New study finds remote sleep testing 96% accurate

 - 
Monday, December 31, 2001

Research that quantifies the cost effectiveness of home-based sleep monitoring has resulted in some favorable attention for Palo Alto, Calif.-based Sleep Solutions, a development that company officials are hoping will propel remote apnea testing into the mainstream.

In recognizing Sleep Solutions' recent clinical study that compares its home sleep monitoring system to a sleep lab polysomnogram, San Jose, Calif.-based research firm Frost & Sullivan named the company as the winner of its 2001 Market Engineering Entrepreneurial Company Award.

Recipients are selected for "demonstrating superior entrepreneurial ability in (their) industry," a Frost & Sullivan release stated. The Sleep Solutions study, conducted at the University of California-San Francisco/Mount Zion Sleep Disorder Center, identified "a unique and revolutionary product solution with significant market potential" and that the three-year-old company's "marketing strategy is sound and poised for success," Frost & Sullivan declared.

The award isn't just an honor, it's a confirmation that the home sleep monitoring system legitimately belongs in the world of sleep medicine, says Sleep Solutions CEO Dan Dugan.

The most prominent finding in the study, titled "Clinical Validation of the Bedbugg in Detection of Obstructive Sleep Apnea" and published in a recent issue of the Journal of Otolaryngology-Head and Neck Surgery, is a 96% correlation in accuracy rates between the Sleep Solutions Bedbugg monitor and a PSG conducted in a laboratory setting.

"The Bedbugg System is a prospectively validated technology proven to be clinically accurate," said David Claman, MD, director of the UCSF Sleep Disorders Center and lead investigator. "This has potential to provide access to quality diagnoses for a higher proportion of undiagnosed sleep apnea patients."

This doesn't mean the sleep lab will become obsolete, however, company officials insist. Their justification of home monitoring rests on the assertion that it is the most effective way to detect apnea among the 18 million nationwide estimated to have sleep disorders.

"Finding those individuals requires testing twice that many," Dugan explained. "So we have to test 35 million or 40 million to find those afflicted. There are between 2,000 and 2,200 sleep labs across the country, and they probably have a maximum capacity of about one million a year."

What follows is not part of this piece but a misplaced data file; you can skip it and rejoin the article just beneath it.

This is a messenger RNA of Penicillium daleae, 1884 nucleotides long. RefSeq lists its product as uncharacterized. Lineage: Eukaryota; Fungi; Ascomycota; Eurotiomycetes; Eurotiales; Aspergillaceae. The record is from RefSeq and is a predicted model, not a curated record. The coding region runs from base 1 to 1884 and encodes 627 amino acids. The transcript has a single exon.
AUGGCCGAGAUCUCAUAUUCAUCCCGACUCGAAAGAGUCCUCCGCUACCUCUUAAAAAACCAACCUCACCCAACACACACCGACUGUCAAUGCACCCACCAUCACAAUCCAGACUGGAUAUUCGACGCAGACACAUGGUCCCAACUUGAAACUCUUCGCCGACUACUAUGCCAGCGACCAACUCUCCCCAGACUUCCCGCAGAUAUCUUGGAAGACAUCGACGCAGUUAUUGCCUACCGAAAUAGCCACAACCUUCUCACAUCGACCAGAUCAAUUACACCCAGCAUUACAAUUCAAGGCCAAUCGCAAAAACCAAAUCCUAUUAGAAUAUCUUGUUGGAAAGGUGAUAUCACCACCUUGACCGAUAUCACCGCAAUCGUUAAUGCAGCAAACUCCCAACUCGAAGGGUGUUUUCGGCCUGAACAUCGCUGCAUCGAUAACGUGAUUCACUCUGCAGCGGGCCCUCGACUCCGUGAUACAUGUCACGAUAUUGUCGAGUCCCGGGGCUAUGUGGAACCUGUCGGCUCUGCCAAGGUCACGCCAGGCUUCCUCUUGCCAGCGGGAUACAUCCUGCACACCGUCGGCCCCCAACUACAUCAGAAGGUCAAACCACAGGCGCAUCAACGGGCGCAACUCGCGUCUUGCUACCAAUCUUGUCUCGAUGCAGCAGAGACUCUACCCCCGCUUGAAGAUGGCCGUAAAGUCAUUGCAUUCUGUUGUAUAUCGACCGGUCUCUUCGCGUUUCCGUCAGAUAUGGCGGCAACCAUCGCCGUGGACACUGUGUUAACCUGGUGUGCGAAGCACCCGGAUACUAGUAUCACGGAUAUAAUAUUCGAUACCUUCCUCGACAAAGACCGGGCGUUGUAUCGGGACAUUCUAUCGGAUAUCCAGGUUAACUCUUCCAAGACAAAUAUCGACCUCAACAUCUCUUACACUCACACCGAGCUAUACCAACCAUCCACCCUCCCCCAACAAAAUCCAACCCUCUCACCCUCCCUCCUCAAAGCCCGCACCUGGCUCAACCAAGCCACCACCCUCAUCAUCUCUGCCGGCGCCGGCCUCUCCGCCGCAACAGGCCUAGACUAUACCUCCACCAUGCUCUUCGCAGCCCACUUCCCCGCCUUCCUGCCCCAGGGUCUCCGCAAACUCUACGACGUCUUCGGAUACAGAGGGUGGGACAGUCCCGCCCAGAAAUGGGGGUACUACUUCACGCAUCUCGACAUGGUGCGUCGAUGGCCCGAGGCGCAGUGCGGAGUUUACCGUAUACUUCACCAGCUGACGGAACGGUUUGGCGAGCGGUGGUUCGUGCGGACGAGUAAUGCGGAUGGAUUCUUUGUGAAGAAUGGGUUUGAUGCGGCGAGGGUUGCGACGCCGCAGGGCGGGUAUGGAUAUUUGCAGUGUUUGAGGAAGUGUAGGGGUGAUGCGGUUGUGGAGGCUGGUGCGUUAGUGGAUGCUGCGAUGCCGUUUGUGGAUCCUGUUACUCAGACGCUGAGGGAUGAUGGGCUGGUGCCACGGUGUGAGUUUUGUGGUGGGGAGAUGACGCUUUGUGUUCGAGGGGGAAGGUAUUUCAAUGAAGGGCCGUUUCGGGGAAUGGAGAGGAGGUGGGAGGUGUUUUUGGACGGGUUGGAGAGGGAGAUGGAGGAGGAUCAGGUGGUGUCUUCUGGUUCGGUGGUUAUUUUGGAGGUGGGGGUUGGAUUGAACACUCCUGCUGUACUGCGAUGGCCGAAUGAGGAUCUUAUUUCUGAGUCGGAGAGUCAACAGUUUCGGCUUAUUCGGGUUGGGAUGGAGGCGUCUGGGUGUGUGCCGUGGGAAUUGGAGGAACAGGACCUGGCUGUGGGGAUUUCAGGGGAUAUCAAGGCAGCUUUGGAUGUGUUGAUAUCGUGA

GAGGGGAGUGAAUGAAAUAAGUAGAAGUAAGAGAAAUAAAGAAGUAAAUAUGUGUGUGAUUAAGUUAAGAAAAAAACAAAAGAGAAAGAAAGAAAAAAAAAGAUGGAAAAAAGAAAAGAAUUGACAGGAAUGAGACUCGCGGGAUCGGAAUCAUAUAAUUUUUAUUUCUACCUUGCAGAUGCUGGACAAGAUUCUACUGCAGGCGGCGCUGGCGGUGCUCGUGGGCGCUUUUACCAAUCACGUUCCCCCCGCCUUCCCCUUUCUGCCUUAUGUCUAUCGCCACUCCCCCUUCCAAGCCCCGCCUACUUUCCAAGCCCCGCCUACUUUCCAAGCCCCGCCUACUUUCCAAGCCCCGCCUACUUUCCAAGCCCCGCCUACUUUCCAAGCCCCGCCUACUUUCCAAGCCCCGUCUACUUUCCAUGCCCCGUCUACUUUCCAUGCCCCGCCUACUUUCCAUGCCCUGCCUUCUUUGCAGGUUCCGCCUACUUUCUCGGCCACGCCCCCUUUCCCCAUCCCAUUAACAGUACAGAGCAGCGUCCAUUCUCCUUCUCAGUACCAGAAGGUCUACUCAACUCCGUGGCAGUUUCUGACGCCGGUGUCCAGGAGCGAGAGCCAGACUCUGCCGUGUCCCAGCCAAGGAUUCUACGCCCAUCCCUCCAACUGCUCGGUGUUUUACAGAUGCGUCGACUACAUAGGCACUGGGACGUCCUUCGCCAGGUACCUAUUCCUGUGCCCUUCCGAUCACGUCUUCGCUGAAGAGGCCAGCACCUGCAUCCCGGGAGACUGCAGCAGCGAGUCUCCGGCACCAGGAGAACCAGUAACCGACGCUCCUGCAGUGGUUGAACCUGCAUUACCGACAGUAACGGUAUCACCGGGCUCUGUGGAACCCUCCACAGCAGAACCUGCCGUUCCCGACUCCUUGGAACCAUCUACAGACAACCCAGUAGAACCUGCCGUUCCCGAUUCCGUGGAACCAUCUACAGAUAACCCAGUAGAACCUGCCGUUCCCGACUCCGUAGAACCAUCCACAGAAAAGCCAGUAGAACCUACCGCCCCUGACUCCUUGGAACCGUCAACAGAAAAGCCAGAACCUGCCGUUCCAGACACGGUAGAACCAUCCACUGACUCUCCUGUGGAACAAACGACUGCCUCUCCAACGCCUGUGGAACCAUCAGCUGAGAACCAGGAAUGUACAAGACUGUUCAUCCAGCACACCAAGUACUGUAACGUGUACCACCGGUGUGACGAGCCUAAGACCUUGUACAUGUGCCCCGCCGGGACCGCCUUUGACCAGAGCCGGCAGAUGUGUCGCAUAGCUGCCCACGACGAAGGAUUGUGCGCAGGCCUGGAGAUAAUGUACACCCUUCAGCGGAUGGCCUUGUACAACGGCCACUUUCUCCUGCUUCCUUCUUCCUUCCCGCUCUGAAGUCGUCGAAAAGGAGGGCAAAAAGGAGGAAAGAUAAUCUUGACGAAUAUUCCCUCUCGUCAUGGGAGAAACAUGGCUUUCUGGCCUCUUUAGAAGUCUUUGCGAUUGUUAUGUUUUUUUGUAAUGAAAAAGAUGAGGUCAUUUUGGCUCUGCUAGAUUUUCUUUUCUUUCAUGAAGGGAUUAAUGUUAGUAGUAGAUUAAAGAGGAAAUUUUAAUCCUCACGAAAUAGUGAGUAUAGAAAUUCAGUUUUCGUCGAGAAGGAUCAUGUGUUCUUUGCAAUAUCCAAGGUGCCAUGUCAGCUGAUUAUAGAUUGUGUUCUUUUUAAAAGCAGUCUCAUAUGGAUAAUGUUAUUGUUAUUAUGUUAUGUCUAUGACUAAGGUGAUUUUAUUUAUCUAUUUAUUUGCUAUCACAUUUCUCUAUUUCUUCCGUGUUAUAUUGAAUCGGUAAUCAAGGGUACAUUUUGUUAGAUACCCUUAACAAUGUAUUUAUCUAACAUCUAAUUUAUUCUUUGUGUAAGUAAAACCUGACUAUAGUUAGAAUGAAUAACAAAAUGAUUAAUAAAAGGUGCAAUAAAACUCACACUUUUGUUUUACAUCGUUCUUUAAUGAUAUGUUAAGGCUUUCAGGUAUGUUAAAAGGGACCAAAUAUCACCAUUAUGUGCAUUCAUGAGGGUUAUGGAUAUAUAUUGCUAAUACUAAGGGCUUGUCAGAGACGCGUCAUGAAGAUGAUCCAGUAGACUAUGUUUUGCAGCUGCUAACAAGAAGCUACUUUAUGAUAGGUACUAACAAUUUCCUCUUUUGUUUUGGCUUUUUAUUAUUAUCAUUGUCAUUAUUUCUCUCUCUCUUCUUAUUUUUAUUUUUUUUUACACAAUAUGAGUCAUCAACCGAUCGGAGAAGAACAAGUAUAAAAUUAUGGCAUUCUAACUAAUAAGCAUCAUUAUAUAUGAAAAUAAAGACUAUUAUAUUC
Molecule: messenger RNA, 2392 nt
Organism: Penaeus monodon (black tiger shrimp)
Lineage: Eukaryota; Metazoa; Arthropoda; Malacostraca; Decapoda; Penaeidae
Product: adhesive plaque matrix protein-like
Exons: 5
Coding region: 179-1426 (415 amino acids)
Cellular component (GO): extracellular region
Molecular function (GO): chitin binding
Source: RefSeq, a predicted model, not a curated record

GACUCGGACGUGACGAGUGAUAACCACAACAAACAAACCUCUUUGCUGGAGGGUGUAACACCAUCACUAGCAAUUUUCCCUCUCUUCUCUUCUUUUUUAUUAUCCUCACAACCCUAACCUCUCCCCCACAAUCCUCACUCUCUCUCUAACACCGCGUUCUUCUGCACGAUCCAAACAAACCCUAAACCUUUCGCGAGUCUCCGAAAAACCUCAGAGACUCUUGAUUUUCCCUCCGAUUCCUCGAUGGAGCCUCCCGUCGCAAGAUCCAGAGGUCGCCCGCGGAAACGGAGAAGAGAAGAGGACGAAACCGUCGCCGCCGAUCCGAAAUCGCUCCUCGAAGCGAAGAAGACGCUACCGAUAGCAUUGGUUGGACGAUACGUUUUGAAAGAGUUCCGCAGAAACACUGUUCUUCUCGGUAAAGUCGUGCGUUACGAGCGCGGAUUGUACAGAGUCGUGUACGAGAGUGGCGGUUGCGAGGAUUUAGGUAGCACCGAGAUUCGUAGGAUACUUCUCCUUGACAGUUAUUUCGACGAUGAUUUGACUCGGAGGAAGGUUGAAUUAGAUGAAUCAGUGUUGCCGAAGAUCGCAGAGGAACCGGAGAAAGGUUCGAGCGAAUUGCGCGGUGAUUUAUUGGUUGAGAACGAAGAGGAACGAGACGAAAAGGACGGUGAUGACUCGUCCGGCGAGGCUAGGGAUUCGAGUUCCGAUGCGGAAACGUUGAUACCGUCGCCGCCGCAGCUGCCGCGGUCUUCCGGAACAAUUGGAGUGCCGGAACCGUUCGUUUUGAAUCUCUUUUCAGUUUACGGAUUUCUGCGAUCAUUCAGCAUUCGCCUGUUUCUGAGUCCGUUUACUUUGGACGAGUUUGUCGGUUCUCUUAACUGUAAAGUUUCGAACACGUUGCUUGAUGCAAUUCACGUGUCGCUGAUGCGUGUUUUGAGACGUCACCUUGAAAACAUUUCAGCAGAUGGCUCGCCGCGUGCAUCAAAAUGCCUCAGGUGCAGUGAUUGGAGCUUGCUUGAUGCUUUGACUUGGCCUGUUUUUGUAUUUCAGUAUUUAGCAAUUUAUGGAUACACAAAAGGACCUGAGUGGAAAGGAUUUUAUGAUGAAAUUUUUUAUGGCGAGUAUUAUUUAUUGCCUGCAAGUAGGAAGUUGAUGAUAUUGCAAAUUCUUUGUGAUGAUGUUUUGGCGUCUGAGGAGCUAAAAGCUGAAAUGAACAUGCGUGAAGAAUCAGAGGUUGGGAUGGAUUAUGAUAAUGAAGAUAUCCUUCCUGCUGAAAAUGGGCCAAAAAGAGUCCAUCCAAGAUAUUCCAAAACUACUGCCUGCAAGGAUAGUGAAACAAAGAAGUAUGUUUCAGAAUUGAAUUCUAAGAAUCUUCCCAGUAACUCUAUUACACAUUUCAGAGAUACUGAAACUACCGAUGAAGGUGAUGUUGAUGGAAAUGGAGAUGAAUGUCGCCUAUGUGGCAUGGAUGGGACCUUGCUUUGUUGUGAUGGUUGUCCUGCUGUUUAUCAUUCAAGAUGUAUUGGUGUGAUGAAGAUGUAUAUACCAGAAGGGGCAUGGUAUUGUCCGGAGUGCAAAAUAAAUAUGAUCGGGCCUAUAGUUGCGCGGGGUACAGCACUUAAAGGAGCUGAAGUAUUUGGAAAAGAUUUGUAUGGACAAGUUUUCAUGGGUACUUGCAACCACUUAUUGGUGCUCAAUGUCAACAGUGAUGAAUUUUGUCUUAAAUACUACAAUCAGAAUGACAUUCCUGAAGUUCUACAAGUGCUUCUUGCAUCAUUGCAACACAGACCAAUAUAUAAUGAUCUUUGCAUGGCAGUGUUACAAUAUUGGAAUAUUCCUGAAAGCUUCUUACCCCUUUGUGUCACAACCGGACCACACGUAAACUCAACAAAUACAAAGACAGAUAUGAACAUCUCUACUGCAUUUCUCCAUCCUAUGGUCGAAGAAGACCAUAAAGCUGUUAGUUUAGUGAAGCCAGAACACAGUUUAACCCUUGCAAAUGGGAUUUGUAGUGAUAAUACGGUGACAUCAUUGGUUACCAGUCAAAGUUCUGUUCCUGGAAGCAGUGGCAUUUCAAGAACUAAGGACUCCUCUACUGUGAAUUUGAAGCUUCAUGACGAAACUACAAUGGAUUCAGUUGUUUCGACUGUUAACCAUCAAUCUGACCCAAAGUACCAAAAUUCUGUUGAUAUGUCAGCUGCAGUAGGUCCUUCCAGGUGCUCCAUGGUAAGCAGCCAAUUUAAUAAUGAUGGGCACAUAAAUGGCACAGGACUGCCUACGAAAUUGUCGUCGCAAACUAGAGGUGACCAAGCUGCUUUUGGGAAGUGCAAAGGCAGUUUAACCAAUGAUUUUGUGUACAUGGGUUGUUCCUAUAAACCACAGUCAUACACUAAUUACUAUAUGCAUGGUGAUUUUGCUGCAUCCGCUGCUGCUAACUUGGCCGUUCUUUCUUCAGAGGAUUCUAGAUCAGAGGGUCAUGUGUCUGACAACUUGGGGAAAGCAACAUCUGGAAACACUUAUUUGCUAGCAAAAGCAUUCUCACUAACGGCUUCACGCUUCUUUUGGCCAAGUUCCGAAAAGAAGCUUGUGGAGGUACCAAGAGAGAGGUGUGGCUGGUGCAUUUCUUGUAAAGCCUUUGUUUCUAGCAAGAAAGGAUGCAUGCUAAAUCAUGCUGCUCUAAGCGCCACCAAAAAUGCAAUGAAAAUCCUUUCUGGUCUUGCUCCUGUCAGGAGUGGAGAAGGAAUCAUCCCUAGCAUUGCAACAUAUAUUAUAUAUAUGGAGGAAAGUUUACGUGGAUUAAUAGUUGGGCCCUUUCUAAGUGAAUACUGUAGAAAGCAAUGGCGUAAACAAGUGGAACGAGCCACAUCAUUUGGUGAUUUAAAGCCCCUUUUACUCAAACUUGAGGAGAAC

Bruce Ardornato, MD, medical director for Sleep Solutions, calls the situation "a 50-year backlog."

By having the ability to screen a large volume of people, home monitoring is a viable alternative in sleep therapy, Dugan and Ardornato said.

"We don't see ourselves as competitors to the sleep lab - we are an extension of it," Dugan said.

By verifying the home-based system's accuracy, Sleep Solutions and other respiratory manufacturers like Pittsburgh-based Respironics (which makes a similar unit called Stardust) can present this data to sleep physicians in hopes they will embrace the home monitoring concept. In a cost-conscious environment, home-based testing should be attractive to them, Dugan said.

"Our hope and belief is that we will ultimately collaborate with the sleep society because they stand to gain the most from technology like ours," he said. "The sleep lab process is not efficient - they have a heavy labor component and their diagnostic systems are more expensive to use and maintain. Our numbers show that we are 50% to 75% less expensive."

Even so, the sleep medicine establishment may need more convincing. Jerry Barrett, executive director of the Rochester, Minnesota-based American Academy of Sleep Medicine, says clearer cost distinctions need to be made.

"I don't know if the cost issue is as clear as they'd like you to believe it is," he said. "It takes just as much time to read and analyze their results as it does for lab-based tests. And a sleep lab can diagnose apnea in just a couple hours and begin treatment immediately."

But is apnea screening the most efficient use of the sleep lab? With accurate home apnea testing available, Ardornato asserts that labs would be free to concentrate on more complex sleep disorders like somnambulism and narcolepsy.

"There will always be sleep labs and a need for them," he said. "Their use of sleep scoring and EEG monitoring is beneficial for treating patients with serious sleep behaviors." HME

Links: